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Mynewsdesk’s two-year journey to become GDPR compliant

Blog post   •   Apr 11, 2018 10:00 BST

Daniel Jonsson, Head of data analysis and project manager of the GDPR compliance project at Mynewsdesk.

“So we know that across the industry, definite answers are quite rare. Answers directly related to how do we interpret GDPR and what we need to do to be compliant are hard to find,” Daniel Jonsson, head of data analysis and project manager of the GDPR compliance project at Mynewsdesk.

We interviewed Daniel who has led the GDPR compliance project at Mynewsdesk to ask him a few GDPR-related questions. Daniel has been working on the project since April 2017. The content team at Mynewsdesk picked his brain to get an understanding of what he has learned along the way, and to see if Mynewsdesk has any words of advice to share.

What is GDPR?

GDPR is the new EU privacy law that goes into effect on May 25th, 2018. It’s a privacy law, in no small extent, that is similar to the privacy laws that EU countries already have in place. It regulates the processing of personal data in organizations. So the main effect of GDPR is that the individual is going to receive better control and better information regarding their data. The emergence of GDPR means that companies need to prepare and make sure that they are complying with the rights of the individual.

When did Mynewsdesk start working on GDPR compliance?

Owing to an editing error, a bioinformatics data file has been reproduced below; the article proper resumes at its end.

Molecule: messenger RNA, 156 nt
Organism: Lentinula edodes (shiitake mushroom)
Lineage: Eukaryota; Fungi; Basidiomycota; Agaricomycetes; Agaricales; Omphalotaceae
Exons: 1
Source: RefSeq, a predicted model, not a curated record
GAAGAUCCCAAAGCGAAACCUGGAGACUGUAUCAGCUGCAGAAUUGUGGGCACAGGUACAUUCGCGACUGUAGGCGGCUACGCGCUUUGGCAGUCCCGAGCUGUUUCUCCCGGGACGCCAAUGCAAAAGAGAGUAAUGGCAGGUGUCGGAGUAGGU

We got started on the first preparations about two years ago. That is when the GDPR work got started on a group level. And at Mynewsdesk we have been running the project since April 2017.

How did the project start?

We got started by assigning a GDPR taskforce, where we had representatives of each department at Mynewsdesk involved. This is to make sure that we take each perspective into account. We also have a bigger project team where each department has their project manager to run their GDPR compliance efforts.

Did we seek external legal counsel?

Yes, we have been cooperating with a law firm since the project started and we also have in-house law support for GDPR related issues.

What were the various steps in the project plan to meet GDPR compliance?

One of the first steps was to do a personal data inventory across the whole organization. This is the central piece of documentation that we use to comply with GDPR. And it has been vital for running the project.

Anything else?

The next step was the legal work in actually defining legal ground, as we call it in GDPR ‘lawfulness of processing.’ So that is when we cooperated with lawyers to determine the purpose of why we are processing data, and to make that clear, and to ensure that we have legal ground for each of our data processing purposes, and to get that documented too. And since then, we have been running projects across the whole organization where we make sure each department makes their specific preparations.

And what are those specific preparations?

It’s often about defining, documenting and implementing routines across the organization. So it’s a lot about making sure that each department process data that is aligned with the ‘lawfulness of processing’, which we have defined, and that the 'data subjects' rights are met.

What do you mean by ‘data subject’?